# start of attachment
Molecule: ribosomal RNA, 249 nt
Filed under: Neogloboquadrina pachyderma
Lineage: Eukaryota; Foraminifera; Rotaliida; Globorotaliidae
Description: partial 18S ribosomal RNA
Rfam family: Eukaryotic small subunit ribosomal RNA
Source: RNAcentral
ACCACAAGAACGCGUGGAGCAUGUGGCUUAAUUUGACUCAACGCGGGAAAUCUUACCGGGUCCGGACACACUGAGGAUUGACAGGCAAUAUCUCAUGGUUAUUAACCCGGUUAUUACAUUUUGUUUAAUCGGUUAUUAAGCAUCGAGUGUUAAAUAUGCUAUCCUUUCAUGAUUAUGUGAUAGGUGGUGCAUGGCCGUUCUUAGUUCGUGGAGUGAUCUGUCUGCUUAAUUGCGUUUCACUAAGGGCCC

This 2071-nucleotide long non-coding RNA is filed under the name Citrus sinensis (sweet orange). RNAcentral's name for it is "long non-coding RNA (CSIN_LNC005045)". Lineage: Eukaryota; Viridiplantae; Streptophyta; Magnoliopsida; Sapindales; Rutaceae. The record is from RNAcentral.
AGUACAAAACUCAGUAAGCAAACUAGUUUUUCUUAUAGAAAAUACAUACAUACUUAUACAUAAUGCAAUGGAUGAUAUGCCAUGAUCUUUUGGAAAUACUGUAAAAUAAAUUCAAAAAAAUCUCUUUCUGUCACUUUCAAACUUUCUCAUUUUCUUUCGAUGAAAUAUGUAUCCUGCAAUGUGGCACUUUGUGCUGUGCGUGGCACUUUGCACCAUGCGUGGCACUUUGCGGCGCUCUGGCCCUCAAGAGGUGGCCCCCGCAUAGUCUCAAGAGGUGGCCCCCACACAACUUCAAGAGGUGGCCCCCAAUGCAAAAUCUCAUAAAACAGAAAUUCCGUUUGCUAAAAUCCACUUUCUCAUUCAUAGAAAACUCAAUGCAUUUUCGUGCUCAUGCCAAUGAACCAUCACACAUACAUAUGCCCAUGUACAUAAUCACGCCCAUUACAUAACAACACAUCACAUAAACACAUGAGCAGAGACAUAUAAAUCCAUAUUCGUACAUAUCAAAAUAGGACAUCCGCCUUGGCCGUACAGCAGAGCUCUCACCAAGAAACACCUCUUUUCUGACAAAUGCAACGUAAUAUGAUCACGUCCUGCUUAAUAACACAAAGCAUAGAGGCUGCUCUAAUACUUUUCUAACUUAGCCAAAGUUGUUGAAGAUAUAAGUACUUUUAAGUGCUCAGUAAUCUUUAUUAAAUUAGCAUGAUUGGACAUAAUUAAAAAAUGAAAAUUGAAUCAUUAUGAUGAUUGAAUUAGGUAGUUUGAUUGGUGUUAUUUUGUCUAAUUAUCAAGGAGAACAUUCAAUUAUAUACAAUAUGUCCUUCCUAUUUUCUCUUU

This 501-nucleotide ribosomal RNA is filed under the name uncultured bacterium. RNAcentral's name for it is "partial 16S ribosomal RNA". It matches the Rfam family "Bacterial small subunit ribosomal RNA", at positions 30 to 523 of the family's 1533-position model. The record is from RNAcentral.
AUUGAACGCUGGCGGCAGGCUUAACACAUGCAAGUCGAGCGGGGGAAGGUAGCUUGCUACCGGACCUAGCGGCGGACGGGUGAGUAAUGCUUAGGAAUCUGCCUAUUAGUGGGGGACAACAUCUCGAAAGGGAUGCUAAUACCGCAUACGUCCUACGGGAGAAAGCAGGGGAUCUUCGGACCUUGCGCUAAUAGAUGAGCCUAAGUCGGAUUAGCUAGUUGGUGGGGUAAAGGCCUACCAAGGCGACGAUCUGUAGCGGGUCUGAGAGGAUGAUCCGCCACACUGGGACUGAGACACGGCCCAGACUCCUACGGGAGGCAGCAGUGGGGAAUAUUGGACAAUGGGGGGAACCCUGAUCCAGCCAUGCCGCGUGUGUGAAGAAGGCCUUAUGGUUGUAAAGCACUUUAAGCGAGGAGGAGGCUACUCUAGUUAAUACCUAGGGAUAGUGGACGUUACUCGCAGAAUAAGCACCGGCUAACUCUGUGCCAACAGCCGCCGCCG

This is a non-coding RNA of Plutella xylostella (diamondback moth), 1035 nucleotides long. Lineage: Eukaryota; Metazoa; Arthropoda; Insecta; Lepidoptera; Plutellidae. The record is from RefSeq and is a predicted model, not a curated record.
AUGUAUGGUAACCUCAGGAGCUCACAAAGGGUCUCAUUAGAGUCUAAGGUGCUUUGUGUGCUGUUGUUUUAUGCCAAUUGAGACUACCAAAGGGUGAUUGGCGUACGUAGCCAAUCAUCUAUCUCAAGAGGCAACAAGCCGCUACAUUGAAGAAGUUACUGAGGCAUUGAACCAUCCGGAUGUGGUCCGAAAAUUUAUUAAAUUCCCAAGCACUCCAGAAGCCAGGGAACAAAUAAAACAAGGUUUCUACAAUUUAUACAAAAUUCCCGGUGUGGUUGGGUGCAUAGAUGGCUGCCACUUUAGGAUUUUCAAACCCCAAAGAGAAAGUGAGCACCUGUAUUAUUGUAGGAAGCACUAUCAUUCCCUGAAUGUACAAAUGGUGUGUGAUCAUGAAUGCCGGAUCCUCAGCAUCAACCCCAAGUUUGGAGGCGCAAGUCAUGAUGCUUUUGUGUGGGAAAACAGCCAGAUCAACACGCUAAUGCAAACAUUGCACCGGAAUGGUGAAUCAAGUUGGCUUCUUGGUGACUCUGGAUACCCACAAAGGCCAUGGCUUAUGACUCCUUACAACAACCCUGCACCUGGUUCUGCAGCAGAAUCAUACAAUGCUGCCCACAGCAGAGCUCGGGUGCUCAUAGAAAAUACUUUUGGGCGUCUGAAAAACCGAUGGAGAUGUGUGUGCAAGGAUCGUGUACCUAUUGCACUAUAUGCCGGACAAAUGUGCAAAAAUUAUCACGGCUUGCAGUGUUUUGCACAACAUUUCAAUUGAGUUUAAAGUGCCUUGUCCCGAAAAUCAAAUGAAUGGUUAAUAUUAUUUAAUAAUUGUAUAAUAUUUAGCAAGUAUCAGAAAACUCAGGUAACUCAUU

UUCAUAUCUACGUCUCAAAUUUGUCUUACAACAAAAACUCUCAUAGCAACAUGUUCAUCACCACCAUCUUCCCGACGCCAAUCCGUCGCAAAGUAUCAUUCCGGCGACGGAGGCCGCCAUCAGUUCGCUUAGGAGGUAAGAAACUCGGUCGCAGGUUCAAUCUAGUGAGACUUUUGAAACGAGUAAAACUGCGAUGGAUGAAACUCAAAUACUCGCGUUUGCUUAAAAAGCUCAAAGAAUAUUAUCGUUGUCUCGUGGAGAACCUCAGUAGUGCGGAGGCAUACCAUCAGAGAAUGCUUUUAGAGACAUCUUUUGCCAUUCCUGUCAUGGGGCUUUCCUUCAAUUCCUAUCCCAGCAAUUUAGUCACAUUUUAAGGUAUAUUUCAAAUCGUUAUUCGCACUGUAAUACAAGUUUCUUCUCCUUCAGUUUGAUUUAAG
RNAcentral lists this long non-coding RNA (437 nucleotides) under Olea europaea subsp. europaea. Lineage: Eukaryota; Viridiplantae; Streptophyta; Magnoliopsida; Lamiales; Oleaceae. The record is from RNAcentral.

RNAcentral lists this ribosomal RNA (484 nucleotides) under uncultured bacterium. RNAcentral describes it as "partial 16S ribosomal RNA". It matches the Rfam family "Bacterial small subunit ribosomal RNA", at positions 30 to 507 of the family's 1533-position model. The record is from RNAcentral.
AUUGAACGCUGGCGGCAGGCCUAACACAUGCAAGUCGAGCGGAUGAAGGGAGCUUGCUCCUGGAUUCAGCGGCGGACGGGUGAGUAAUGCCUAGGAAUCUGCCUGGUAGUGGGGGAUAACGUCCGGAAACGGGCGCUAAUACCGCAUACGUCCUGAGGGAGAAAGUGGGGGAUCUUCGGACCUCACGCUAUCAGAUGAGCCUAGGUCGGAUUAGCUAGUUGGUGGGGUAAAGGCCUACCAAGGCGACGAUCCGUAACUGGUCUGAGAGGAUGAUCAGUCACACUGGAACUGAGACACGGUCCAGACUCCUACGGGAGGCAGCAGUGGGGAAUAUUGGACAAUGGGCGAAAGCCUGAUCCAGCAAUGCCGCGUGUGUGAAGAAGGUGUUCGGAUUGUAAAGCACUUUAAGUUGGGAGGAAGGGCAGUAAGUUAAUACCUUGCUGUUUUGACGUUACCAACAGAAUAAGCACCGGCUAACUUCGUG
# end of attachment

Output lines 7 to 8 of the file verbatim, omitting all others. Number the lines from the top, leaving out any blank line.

ACCACAAGAACGCGUGGAGCAUGUGGCUUAAUUUGACUCAACGCGGGAAAUCUUACCGGGUCCGGACACACUGAGGAUUGACAGGCAAUAUCUCAUGGUUAUUAACCCGGUUAUUACAUUUUGUUUAAUCGGUUAUUAAGCAUCGAGUGUUAAAUAUGCUAUCCUUUCAUGAUUAUGUGAUAGGUGGUGCAUGGCCGUUCUUAGUUCGUGGAGUGAUCUGUCUGCUUAAUUGCGUUUCACUAAGGGCCC

This 2071-nucleotide long non-coding RNA is filed under the name Citrus sinensis (sweet orange). RNAcentral's name for it is "long non-coding RNA (CSIN_LNC005045)". Lineage: Eukaryota; Viridiplantae; Streptophyta; Magnoliopsida; Sapindales; Rutaceae. The record is from RNAcentral.